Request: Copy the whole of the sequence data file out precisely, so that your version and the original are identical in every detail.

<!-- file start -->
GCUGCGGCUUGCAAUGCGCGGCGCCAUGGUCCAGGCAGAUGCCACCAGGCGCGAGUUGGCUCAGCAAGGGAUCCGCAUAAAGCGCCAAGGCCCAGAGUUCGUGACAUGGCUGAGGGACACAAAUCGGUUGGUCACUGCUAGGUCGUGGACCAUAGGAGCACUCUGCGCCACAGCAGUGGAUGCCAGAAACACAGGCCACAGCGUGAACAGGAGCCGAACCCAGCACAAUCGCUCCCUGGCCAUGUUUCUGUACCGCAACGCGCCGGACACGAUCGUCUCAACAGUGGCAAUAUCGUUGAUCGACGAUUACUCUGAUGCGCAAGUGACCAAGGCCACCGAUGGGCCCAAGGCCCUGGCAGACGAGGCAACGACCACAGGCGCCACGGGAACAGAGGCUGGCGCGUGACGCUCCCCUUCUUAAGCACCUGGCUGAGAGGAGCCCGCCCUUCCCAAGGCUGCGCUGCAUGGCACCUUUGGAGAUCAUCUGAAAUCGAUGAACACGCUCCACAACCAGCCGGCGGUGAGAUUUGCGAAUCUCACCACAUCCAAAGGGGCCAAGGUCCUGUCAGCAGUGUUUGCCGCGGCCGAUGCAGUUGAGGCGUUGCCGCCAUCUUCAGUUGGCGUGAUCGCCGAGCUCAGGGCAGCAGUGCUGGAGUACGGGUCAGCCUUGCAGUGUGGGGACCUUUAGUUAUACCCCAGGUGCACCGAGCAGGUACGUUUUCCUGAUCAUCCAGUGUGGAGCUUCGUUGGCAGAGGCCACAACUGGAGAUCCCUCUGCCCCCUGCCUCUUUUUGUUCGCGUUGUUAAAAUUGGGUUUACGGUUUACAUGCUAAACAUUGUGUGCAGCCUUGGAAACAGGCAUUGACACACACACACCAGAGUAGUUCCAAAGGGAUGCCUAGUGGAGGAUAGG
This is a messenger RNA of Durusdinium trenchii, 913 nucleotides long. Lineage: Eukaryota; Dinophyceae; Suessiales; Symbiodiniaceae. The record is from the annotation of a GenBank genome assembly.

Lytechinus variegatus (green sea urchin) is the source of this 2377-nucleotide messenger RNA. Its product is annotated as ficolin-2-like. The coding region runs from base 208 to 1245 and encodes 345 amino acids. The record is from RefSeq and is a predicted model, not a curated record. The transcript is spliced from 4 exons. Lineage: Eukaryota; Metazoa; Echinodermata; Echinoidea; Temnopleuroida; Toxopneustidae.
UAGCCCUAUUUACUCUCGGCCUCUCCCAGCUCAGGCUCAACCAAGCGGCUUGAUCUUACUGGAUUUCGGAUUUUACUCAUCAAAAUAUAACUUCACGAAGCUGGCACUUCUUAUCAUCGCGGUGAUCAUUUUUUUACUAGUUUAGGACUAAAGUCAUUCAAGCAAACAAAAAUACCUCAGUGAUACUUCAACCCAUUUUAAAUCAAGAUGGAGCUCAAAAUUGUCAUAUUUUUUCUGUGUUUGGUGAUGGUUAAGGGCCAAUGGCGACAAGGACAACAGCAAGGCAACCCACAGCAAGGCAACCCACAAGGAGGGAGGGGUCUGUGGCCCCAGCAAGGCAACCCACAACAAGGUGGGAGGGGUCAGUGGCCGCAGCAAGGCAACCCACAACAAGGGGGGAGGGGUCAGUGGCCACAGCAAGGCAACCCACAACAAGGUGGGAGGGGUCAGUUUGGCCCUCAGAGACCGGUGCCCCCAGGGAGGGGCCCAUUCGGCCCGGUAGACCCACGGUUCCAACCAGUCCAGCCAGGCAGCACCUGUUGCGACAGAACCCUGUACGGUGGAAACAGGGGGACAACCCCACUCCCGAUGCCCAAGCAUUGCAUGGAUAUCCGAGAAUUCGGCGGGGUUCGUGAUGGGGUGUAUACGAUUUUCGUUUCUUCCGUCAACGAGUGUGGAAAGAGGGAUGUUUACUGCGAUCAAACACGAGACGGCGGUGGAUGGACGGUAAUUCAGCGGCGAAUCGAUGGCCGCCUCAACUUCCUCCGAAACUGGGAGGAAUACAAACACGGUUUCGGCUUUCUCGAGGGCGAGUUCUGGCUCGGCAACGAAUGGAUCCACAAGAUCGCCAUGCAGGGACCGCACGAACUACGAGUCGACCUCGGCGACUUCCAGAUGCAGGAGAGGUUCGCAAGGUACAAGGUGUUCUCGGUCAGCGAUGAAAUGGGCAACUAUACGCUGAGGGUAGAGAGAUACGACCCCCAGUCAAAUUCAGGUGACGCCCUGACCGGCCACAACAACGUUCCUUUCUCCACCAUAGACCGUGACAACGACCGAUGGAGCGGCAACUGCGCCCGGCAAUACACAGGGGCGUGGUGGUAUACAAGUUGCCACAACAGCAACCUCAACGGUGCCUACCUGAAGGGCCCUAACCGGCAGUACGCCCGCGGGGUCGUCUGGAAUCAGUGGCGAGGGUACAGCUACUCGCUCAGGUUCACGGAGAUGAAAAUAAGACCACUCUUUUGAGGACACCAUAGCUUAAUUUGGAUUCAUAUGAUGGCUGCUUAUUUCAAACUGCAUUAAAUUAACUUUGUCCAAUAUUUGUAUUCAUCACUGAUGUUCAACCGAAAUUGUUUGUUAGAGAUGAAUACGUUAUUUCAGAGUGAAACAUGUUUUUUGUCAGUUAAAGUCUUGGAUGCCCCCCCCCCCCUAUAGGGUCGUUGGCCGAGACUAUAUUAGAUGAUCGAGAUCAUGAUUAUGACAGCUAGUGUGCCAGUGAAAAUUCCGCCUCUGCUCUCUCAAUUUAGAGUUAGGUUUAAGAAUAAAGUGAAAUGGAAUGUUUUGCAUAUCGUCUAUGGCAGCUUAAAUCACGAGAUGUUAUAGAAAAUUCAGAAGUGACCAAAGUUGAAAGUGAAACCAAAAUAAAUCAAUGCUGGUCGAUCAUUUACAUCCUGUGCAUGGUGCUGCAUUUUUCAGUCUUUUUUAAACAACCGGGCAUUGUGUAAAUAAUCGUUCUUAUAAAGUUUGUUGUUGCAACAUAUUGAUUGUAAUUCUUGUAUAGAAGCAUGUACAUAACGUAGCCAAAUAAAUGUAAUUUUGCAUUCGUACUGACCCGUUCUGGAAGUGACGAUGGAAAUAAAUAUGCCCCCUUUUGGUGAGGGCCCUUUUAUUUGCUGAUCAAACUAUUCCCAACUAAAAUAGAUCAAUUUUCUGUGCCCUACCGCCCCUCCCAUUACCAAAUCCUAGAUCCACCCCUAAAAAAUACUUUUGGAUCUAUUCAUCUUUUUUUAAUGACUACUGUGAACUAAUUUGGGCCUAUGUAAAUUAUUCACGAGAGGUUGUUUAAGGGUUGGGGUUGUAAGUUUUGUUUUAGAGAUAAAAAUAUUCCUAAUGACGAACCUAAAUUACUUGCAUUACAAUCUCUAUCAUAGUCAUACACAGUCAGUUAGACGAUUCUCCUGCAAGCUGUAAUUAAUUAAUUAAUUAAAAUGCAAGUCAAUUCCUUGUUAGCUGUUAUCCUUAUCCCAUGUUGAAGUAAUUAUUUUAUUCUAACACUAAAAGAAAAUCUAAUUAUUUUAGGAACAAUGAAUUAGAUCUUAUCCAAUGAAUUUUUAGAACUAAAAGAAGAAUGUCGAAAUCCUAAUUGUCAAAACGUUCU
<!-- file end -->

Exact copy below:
GCUGCGGCUUGCAAUGCGCGGCGCCAUGGUCCAGGCAGAUGCCACCAGGCGCGAGUUGGCUCAGCAAGGGAUCCGCAUAAAGCGCCAAGGCCCAGAGUUCGUGACAUGGCUGAGGGACACAAAUCGGUUGGUCACUGCUAGGUCGUGGACCAUAGGAGCACUCUGCGCCACAGCAGUGGAUGCCAGAAACACAGGCCACAGCGUGAACAGGAGCCGAACCCAGCACAAUCGCUCCCUGGCCAUGUUUCUGUACCGCAACGCGCCGGACACGAUCGUCUCAACAGUGGCAAUAUCGUUGAUCGACGAUUACUCUGAUGCGCAAGUGACCAAGGCCACCGAUGGGCCCAAGGCCCUGGCAGACGAGGCAACGACCACAGGCGCCACGGGAACAGAGGCUGGCGCGUGACGCUCCCCUUCUUAAGCACCUGGCUGAGAGGAGCCCGCCCUUCCCAAGGCUGCGCUGCAUGGCACCUUUGGAGAUCAUCUGAAAUCGAUGAACACGCUCCACAACCAGCCGGCGGUGAGAUUUGCGAAUCUCACCACAUCCAAAGGGGCCAAGGUCCUGUCAGCAGUGUUUGCCGCGGCCGAUGCAGUUGAGGCGUUGCCGCCAUCUUCAGUUGGCGUGAUCGCCGAGCUCAGGGCAGCAGUGCUGGAGUACGGGUCAGCCUUGCAGUGUGGGGACCUUUAGUUAUACCCCAGGUGCACCGAGCAGGUACGUUUUCCUGAUCAUCCAGUGUGGAGCUUCGUUGGCAGAGGCCACAACUGGAGAUCCCUCUGCCCCCUGCCUCUUUUUGUUCGCGUUGUUAAAAUUGGGUUUACGGUUUACAUGCUAAACAUUGUGUGCAGCCUUGGAAACAGGCAUUGACACACACACACCAGAGUAGUUCCAAAGGGAUGCCUAGUGGAGGAUAGG
This is a messenger RNA of Durusdinium trenchii, 913 nucleotides long. Lineage: Eukaryota; Dinophyceae; Suessiales; Symbiodiniaceae. The record is from the annotation of a GenBank genome assembly.

Lytechinus variegatus (green sea urchin) is the source of this 2377-nucleotide messenger RNA. Its product is annotated as ficolin-2-like. The coding region runs from base 208 to 1245 and encodes 345 amino acids. The record is from RefSeq and is a predicted model, not a curated record. The transcript is spliced from 4 exons. Lineage: Eukaryota; Metazoa; Echinodermata; Echinoidea; Temnopleuroida; Toxopneustidae.
UAGCCCUAUUUACUCUCGGCCUCUCCCAGCUCAGGCUCAACCAAGCGGCUUGAUCUUACUGGAUUUCGGAUUUUACUCAUCAAAAUAUAACUUCACGAAGCUGGCACUUCUUAUCAUCGCGGUGAUCAUUUUUUUACUAGUUUAGGACUAAAGUCAUUCAAGCAAACAAAAAUACCUCAGUGAUACUUCAACCCAUUUUAAAUCAAGAUGGAGCUCAAAAUUGUCAUAUUUUUUCUGUGUUUGGUGAUGGUUAAGGGCCAAUGGCGACAAGGACAACAGCAAGGCAACCCACAGCAAGGCAACCCACAAGGAGGGAGGGGUCUGUGGCCCCAGCAAGGCAACCCACAACAAGGUGGGAGGGGUCAGUGGCCGCAGCAAGGCAACCCACAACAAGGGGGGAGGGGUCAGUGGCCACAGCAAGGCAACCCACAACAAGGUGGGAGGGGUCAGUUUGGCCCUCAGAGACCGGUGCCCCCAGGGAGGGGCCCAUUCGGCCCGGUAGACCCACGGUUCCAACCAGUCCAGCCAGGCAGCACCUGUUGCGACAGAACCCUGUACGGUGGAAACAGGGGGACAACCCCACUCCCGAUGCCCAAGCAUUGCAUGGAUAUCCGAGAAUUCGGCGGGGUUCGUGAUGGGGUGUAUACGAUUUUCGUUUCUUCCGUCAACGAGUGUGGAAAGAGGGAUGUUUACUGCGAUCAAACACGAGACGGCGGUGGAUGGACGGUAAUUCAGCGGCGAAUCGAUGGCCGCCUCAACUUCCUCCGAAACUGGGAGGAAUACAAACACGGUUUCGGCUUUCUCGAGGGCGAGUUCUGGCUCGGCAACGAAUGGAUCCACAAGAUCGCCAUGCAGGGACCGCACGAACUACGAGUCGACCUCGGCGACUUCCAGAUGCAGGAGAGGUUCGCAAGGUACAAGGUGUUCUCGGUCAGCGAUGAAAUGGGCAACUAUACGCUGAGGGUAGAGAGAUACGACCCCCAGUCAAAUUCAGGUGACGCCCUGACCGGCCACAACAACGUUCCUUUCUCCACCAUAGACCGUGACAACGACCGAUGGAGCGGCAACUGCGCCCGGCAAUACACAGGGGCGUGGUGGUAUACAAGUUGCCACAACAGCAACCUCAACGGUGCCUACCUGAAGGGCCCUAACCGGCAGUACGCCCGCGGGGUCGUCUGGAAUCAGUGGCGAGGGUACAGCUACUCGCUCAGGUUCACGGAGAUGAAAAUAAGACCACUCUUUUGAGGACACCAUAGCUUAAUUUGGAUUCAUAUGAUGGCUGCUUAUUUCAAACUGCAUUAAAUUAACUUUGUCCAAUAUUUGUAUUCAUCACUGAUGUUCAACCGAAAUUGUUUGUUAGAGAUGAAUACGUUAUUUCAGAGUGAAACAUGUUUUUUGUCAGUUAAAGUCUUGGAUGCCCCCCCCCCCCUAUAGGGUCGUUGGCCGAGACUAUAUUAGAUGAUCGAGAUCAUGAUUAUGACAGCUAGUGUGCCAGUGAAAAUUCCGCCUCUGCUCUCUCAAUUUAGAGUUAGGUUUAAGAAUAAAGUGAAAUGGAAUGUUUUGCAUAUCGUCUAUGGCAGCUUAAAUCACGAGAUGUUAUAGAAAAUUCAGAAGUGACCAAAGUUGAAAGUGAAACCAAAAUAAAUCAAUGCUGGUCGAUCAUUUACAUCCUGUGCAUGGUGCUGCAUUUUUCAGUCUUUUUUAAACAACCGGGCAUUGUGUAAAUAAUCGUUCUUAUAAAGUUUGUUGUUGCAACAUAUUGAUUGUAAUUCUUGUAUAGAAGCAUGUACAUAACGUAGCCAAAUAAAUGUAAUUUUGCAUUCGUACUGACCCGUUCUGGAAGUGACGAUGGAAAUAAAUAUGCCCCCUUUUGGUGAGGGCCCUUUUAUUUGCUGAUCAAACUAUUCCCAACUAAAAUAGAUCAAUUUUCUGUGCCCUACCGCCCCUCCCAUUACCAAAUCCUAGAUCCACCCCUAAAAAAUACUUUUGGAUCUAUUCAUCUUUUUUUAAUGACUACUGUGAACUAAUUUGGGCCUAUGUAAAUUAUUCACGAGAGGUUGUUUAAGGGUUGGGGUUGUAAGUUUUGUUUUAGAGAUAAAAAUAUUCCUAAUGACGAACCUAAAUUACUUGCAUUACAAUCUCUAUCAUAGUCAUACACAGUCAGUUAGACGAUUCUCCUGCAAGCUGUAAUUAAUUAAUUAAUUAAAAUGCAAGUCAAUUCCUUGUUAGCUGUUAUCCUUAUCCCAUGUUGAAGUAAUUAUUUUAUUCUAACACUAAAAGAAAAUCUAAUUAUUUUAGGAACAAUGAAUUAGAUCUUAUCCAAUGAAUUUUUAGAACUAAAAGAAGAAUGUCGAAAUCCUAAUUGUCAAAACGUUCU